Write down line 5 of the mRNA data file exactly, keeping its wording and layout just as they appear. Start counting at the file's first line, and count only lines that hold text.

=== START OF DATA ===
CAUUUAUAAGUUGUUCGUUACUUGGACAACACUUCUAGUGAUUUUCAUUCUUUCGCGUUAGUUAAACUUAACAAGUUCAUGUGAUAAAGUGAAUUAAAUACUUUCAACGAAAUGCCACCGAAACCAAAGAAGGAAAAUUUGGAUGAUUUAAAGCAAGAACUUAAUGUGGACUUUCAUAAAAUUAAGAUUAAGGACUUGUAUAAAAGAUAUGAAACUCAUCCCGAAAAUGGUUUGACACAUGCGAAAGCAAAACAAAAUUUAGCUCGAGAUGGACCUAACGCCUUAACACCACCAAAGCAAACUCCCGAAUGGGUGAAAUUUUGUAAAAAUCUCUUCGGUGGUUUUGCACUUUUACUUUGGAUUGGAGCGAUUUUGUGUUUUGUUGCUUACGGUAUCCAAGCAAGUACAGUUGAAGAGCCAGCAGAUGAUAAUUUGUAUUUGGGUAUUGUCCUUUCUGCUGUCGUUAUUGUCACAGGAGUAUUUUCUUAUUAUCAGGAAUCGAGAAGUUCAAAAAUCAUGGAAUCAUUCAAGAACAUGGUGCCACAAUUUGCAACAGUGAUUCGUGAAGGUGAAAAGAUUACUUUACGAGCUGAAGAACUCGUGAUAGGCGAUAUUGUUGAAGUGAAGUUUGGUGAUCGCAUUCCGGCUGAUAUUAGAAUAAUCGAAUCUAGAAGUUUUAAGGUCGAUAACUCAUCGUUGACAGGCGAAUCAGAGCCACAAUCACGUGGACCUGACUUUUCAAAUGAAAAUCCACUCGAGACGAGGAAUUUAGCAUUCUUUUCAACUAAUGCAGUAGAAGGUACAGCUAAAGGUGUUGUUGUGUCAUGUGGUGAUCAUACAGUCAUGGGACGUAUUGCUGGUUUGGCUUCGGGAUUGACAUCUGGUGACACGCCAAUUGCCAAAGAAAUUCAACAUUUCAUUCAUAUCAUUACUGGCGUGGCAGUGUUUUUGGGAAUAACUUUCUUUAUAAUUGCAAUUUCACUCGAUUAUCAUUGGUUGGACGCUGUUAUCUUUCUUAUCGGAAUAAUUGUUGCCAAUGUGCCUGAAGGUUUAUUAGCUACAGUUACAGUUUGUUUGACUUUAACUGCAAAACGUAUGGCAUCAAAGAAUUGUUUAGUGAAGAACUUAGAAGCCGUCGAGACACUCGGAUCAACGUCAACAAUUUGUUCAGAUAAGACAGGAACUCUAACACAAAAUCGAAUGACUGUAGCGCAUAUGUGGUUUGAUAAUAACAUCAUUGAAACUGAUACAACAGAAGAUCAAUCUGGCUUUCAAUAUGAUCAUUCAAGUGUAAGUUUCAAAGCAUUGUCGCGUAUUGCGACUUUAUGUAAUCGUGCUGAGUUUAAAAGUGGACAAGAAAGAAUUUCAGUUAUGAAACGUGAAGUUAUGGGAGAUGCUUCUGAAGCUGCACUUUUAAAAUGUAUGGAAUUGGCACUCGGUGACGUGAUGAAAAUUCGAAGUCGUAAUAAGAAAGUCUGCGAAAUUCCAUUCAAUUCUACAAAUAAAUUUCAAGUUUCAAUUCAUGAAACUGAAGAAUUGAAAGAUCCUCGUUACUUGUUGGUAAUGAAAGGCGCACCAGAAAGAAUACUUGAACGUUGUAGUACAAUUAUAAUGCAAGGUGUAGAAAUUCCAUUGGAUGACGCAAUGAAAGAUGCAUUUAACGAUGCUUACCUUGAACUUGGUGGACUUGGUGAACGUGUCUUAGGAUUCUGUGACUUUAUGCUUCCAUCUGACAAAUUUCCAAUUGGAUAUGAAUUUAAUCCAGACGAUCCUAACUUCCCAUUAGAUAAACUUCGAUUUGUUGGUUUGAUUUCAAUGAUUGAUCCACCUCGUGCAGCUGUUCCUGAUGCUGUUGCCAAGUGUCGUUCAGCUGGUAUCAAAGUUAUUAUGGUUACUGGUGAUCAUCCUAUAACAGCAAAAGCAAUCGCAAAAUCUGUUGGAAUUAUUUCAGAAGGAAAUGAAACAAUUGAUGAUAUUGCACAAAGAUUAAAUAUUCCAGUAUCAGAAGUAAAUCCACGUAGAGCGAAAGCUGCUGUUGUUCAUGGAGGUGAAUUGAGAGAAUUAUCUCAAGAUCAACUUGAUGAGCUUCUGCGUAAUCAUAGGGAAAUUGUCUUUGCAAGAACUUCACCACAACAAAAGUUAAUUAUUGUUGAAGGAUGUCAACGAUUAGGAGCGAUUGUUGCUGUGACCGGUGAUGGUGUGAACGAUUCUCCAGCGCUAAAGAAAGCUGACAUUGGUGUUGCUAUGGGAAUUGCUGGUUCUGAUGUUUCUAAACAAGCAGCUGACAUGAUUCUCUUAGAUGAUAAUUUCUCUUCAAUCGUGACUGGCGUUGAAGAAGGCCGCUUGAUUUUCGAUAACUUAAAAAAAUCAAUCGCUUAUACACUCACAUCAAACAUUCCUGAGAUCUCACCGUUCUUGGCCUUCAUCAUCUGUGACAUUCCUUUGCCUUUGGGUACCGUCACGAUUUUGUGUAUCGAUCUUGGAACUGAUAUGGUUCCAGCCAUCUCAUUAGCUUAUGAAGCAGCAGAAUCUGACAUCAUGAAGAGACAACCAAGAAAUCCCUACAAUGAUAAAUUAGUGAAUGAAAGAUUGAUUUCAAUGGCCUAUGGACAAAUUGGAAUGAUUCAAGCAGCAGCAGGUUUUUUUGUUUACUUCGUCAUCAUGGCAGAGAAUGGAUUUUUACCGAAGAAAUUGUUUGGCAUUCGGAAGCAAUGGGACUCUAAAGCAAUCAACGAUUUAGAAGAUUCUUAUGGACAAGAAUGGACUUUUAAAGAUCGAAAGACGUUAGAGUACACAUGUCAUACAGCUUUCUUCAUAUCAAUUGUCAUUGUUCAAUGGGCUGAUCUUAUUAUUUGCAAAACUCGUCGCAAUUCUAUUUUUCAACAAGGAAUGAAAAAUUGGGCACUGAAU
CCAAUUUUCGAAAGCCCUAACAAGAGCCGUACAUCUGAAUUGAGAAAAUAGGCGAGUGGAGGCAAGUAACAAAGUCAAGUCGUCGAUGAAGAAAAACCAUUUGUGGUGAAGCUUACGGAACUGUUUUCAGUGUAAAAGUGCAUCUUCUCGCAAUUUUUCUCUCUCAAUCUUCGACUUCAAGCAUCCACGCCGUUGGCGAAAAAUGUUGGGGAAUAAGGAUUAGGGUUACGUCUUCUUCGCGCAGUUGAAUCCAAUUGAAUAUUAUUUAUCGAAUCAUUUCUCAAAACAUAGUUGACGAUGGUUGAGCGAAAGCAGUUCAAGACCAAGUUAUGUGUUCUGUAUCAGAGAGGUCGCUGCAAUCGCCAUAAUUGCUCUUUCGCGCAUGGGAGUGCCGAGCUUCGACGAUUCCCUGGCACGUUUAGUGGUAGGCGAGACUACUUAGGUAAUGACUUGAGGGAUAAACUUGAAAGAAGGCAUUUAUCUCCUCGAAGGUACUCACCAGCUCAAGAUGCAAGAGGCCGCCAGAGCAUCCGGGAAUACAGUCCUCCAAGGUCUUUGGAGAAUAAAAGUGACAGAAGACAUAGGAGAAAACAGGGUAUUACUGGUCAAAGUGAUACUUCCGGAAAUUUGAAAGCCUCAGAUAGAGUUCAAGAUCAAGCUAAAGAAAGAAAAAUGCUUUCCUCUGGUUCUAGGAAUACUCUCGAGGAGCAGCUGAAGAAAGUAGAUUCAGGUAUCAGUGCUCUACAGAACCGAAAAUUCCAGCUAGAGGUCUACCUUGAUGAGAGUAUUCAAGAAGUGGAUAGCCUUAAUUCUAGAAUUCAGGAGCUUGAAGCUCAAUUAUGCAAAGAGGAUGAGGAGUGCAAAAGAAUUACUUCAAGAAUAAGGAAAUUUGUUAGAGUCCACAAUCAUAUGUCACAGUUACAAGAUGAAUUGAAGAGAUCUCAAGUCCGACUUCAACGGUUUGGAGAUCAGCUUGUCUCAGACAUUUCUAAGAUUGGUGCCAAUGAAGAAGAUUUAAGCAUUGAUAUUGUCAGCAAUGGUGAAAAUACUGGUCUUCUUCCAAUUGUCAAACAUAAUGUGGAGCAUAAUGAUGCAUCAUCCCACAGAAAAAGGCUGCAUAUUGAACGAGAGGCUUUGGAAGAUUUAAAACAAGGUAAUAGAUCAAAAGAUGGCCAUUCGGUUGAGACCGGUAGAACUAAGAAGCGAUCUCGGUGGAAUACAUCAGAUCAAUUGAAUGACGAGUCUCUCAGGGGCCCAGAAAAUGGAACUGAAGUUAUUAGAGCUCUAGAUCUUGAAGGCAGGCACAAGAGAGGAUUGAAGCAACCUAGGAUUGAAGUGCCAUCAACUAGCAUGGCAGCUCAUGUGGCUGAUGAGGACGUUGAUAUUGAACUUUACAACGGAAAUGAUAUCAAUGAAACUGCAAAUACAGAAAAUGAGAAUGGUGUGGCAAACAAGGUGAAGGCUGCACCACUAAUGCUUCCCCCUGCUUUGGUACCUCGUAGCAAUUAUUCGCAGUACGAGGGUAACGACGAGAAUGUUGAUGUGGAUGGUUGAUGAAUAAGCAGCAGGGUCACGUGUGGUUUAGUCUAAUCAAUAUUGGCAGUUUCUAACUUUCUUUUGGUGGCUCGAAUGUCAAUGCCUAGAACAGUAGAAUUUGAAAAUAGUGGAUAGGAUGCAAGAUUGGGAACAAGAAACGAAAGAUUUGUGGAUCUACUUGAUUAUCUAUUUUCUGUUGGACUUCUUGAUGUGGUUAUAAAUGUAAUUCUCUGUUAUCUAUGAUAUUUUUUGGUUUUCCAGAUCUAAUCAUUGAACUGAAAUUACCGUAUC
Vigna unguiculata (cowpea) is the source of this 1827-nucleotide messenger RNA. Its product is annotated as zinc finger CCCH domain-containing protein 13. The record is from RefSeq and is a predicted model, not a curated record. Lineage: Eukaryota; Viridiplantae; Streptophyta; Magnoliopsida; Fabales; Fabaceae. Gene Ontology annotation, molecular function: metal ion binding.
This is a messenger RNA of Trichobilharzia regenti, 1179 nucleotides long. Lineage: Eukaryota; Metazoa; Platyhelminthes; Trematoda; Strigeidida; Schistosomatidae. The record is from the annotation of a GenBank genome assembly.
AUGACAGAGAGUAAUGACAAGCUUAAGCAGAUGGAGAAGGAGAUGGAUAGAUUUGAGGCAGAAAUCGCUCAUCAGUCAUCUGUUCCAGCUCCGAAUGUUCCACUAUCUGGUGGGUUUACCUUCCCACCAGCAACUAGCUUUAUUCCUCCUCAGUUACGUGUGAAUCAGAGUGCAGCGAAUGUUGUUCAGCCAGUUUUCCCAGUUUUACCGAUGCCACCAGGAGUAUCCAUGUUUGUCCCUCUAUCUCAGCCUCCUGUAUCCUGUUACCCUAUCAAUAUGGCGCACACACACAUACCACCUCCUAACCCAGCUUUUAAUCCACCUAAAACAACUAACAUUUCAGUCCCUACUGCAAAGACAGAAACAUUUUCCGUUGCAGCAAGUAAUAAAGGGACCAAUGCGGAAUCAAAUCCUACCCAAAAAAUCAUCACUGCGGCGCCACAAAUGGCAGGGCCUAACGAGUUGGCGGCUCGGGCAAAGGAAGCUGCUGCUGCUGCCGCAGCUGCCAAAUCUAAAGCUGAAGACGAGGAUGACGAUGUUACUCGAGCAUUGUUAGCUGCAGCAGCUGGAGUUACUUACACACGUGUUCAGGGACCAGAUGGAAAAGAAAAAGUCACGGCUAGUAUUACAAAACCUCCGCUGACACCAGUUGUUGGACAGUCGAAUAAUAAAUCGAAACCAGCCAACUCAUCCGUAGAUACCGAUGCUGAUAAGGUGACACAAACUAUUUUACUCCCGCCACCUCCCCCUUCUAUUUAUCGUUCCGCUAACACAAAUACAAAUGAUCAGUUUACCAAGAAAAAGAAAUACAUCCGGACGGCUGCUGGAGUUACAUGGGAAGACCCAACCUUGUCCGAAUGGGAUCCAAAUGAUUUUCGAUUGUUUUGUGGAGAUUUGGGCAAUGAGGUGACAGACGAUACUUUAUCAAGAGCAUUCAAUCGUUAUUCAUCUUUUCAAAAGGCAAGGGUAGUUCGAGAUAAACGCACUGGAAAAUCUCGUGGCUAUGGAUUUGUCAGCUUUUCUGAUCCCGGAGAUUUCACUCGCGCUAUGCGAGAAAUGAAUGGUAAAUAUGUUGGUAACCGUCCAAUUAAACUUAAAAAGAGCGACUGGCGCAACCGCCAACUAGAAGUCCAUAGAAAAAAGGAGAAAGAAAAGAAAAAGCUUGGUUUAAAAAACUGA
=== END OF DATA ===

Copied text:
AUGACAGAGAGUAAUGACAAGCUUAAGCAGAUGGAGAAGGAGAUGGAUAGAUUUGAGGCAGAAAUCGCUCAUCAGUCAUCUGUUCCAGCUCCGAAUGUUCCACUAUCUGGUGGGUUUACCUUCCCACCAGCAACUAGCUUUAUUCCUCCUCAGUUACGUGUGAAUCAGAGUGCAGCGAAUGUUGUUCAGCCAGUUUUCCCAGUUUUACCGAUGCCACCAGGAGUAUCCAUGUUUGUCCCUCUAUCUCAGCCUCCUGUAUCCUGUUACCCUAUCAAUAUGGCGCACACACACAUACCACCUCCUAACCCAGCUUUUAAUCCACCUAAAACAACUAACAUUUCAGUCCCUACUGCAAAGACAGAAACAUUUUCCGUUGCAGCAAGUAAUAAAGGGACCAAUGCGGAAUCAAAUCCUACCCAAAAAAUCAUCACUGCGGCGCCACAAAUGGCAGGGCCUAACGAGUUGGCGGCUCGGGCAAAGGAAGCUGCUGCUGCUGCCGCAGCUGCCAAAUCUAAAGCUGAAGACGAGGAUGACGAUGUUACUCGAGCAUUGUUAGCUGCAGCAGCUGGAGUUACUUACACACGUGUUCAGGGACCAGAUGGAAAAGAAAAAGUCACGGCUAGUAUUACAAAACCUCCGCUGACACCAGUUGUUGGACAGUCGAAUAAUAAAUCGAAACCAGCCAACUCAUCCGUAGAUACCGAUGCUGAUAAGGUGACACAAACUAUUUUACUCCCGCCACCUCCCCCUUCUAUUUAUCGUUCCGCUAACACAAAUACAAAUGAUCAGUUUACCAAGAAAAAGAAAUACAUCCGGACGGCUGCUGGAGUUACAUGGGAAGACCCAACCUUGUCCGAAUGGGAUCCAAAUGAUUUUCGAUUGUUUUGUGGAGAUUUGGGCAAUGAGGUGACAGACGAUACUUUAUCAAGAGCAUUCAAUCGUUAUUCAUCUUUUCAAAAGGCAAGGGUAGUUCGAGAUAAACGCACUGGAAAAUCUCGUGGCUAUGGAUUUGUCAGCUUUUCUGAUCCCGGAGAUUUCACUCGCGCUAUGCGAGAAAUGAAUGGUAAAUAUGUUGGUAACCGUCCAAUUAAACUUAAAAAGAGCGACUGGCGCAACCGCCAACUAGAAGUCCAUAGAAAAAAGGAGAAAGAAAAGAAAAAGCUUGGUUUAAAAAACUGA